So for instance at Hornburg, LA it was perfectly normal to swap a rebuilt engine whenever necessary.

My 1950 MKV DHC #647194 that originally had a MKV engine Z2453 has had engine #SL2199 for at least 50 years, very likely even longer.

SL2199 was made in the sumner if 1947 when LHD production first began. Your car (do you have a JHT certificate) was likely made in the fall of 1947 and the later engine (SL3036) perhaps early 1948.


Hi again,

Are you sure the body number is not C1013? It would be in sequence (not always the case,) on my car’s #647194 data plate looking at the engine number Z2453 the ”3” looks very much like.a ”5” but as it happens to be next to a ”5” it’s easier to see the difference.

Also the ”1” has a long ”hook” so it may look a bit like a ”4” except when you look at a ”4” which can be seen on both my chassis number and original engine number.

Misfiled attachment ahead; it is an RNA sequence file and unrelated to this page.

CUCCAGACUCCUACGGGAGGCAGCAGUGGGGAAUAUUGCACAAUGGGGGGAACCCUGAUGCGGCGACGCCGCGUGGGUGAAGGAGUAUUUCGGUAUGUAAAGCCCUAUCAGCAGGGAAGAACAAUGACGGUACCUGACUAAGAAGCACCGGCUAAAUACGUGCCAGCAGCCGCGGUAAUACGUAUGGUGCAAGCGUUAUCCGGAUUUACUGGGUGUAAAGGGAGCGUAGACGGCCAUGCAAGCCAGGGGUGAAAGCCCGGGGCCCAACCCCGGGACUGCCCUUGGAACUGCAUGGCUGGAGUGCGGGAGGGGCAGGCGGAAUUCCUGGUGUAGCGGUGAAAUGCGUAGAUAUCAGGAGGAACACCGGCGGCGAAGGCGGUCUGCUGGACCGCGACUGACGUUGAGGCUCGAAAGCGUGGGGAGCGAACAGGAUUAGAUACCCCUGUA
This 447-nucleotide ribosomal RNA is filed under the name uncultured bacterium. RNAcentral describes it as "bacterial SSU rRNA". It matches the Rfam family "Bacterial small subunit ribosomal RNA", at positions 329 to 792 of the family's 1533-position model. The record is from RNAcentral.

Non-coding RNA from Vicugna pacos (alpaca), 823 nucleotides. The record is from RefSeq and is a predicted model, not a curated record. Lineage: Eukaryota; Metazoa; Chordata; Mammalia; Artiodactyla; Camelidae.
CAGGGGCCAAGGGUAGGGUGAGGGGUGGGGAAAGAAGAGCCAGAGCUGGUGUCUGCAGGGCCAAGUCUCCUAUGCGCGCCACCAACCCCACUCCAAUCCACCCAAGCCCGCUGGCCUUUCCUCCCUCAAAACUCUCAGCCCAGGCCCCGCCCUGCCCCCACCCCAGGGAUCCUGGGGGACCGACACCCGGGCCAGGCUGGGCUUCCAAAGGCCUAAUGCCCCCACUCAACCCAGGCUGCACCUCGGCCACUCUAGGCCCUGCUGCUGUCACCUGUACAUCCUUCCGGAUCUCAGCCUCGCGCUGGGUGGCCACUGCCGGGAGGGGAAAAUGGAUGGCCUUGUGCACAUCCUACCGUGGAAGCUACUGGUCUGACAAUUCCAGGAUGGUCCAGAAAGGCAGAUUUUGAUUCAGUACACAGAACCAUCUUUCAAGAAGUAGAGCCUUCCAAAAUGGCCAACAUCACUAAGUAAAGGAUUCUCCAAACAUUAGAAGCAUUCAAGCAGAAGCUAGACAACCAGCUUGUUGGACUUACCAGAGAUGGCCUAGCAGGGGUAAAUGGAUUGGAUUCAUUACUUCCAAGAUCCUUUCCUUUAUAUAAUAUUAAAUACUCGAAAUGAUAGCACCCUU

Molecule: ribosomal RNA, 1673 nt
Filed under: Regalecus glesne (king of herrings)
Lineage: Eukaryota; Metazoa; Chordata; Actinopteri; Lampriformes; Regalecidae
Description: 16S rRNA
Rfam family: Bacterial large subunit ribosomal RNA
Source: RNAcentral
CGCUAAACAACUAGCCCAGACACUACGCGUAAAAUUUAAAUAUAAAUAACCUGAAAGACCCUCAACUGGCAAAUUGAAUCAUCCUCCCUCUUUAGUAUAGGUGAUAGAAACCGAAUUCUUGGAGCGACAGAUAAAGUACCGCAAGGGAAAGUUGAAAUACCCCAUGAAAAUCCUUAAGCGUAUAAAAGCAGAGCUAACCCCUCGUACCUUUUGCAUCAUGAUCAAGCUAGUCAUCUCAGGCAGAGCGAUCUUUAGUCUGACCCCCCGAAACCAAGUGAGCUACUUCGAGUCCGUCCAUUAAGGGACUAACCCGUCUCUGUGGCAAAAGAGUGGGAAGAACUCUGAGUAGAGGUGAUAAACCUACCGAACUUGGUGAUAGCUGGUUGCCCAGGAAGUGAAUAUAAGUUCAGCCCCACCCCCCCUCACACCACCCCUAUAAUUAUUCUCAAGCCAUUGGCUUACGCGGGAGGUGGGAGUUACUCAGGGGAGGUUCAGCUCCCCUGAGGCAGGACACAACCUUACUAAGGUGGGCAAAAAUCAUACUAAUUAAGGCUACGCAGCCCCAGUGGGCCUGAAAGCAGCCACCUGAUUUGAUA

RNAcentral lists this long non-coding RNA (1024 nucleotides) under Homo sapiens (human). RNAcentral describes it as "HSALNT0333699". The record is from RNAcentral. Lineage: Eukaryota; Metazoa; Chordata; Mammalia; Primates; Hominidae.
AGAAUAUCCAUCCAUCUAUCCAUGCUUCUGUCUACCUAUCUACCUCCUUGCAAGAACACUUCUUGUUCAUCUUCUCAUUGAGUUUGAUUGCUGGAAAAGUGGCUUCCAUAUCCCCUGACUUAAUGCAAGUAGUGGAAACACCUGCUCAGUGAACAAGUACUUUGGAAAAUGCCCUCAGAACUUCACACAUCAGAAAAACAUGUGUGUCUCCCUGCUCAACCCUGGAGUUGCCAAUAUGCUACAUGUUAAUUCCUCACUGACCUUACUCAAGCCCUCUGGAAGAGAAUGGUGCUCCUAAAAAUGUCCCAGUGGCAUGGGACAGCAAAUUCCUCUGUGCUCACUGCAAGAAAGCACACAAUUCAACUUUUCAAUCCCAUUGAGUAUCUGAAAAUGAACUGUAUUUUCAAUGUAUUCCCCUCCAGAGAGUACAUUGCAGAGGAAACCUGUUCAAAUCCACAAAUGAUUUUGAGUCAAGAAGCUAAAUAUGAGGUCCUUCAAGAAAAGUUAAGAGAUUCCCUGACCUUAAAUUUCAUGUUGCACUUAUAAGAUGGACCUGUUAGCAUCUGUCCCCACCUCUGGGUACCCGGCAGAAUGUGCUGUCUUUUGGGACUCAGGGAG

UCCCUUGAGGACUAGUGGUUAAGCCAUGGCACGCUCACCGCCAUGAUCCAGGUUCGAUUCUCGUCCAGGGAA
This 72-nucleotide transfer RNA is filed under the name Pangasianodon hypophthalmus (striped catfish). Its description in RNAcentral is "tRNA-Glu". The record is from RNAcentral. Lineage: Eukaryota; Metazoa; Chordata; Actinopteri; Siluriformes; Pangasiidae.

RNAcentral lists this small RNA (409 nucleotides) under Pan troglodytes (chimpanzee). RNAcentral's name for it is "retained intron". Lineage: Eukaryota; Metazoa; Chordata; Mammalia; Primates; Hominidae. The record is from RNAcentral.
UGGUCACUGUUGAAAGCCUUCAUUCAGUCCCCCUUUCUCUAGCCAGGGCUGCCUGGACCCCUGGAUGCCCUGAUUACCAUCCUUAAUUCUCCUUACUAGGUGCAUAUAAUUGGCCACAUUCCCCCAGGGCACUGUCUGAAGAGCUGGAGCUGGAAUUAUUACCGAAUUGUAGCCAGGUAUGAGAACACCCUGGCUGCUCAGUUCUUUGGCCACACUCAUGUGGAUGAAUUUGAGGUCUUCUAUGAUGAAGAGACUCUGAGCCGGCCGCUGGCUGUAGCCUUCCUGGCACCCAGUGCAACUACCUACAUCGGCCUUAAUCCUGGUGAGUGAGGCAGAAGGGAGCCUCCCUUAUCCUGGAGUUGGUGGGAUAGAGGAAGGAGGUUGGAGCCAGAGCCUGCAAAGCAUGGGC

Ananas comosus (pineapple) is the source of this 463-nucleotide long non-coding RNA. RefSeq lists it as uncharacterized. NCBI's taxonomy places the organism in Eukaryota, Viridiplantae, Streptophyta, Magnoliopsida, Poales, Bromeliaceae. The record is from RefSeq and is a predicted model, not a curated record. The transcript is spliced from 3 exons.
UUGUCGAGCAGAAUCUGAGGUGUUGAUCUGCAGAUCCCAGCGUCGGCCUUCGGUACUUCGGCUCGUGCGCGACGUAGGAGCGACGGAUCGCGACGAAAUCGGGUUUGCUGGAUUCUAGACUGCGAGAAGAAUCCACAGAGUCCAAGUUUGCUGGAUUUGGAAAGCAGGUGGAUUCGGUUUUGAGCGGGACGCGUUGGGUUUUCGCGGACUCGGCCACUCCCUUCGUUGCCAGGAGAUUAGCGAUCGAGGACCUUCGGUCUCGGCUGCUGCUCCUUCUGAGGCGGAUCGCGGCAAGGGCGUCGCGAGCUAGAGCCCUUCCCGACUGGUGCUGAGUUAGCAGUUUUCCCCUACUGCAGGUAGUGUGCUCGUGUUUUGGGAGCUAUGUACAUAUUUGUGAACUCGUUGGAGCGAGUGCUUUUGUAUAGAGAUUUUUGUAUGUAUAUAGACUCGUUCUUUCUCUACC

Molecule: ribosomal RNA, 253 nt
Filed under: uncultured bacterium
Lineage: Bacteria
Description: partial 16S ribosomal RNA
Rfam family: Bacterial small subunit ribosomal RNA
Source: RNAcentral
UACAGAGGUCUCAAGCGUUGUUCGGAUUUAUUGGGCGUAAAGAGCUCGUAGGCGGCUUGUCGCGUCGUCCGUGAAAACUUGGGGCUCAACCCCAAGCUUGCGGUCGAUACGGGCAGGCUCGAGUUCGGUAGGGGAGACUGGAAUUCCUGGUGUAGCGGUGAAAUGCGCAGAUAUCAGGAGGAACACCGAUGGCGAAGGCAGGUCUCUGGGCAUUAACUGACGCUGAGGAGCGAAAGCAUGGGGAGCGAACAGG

Do you have a body tag on the scuttle with the body number?

Check out a few data plates, I think the data plate on 637014 shows that that was the car that had/had body nr C1015.

IMO the £40 GBP / $60 USD is well spent to get the verification, original colours, bulld date, dispatch date and original main distributor. I would bet it was shipped to Hornburg.




Maybe in Australia, but for instance my car, and some other MKV’s and MKIV’s from California I have seen have all had the original gearbox. Mine still does (#JH3529), only the engine had been swapped, most likely already in the 1950’s, but unfortunately with my car and many other West coast cars nothing is known between delivery to Hornburg and 1976.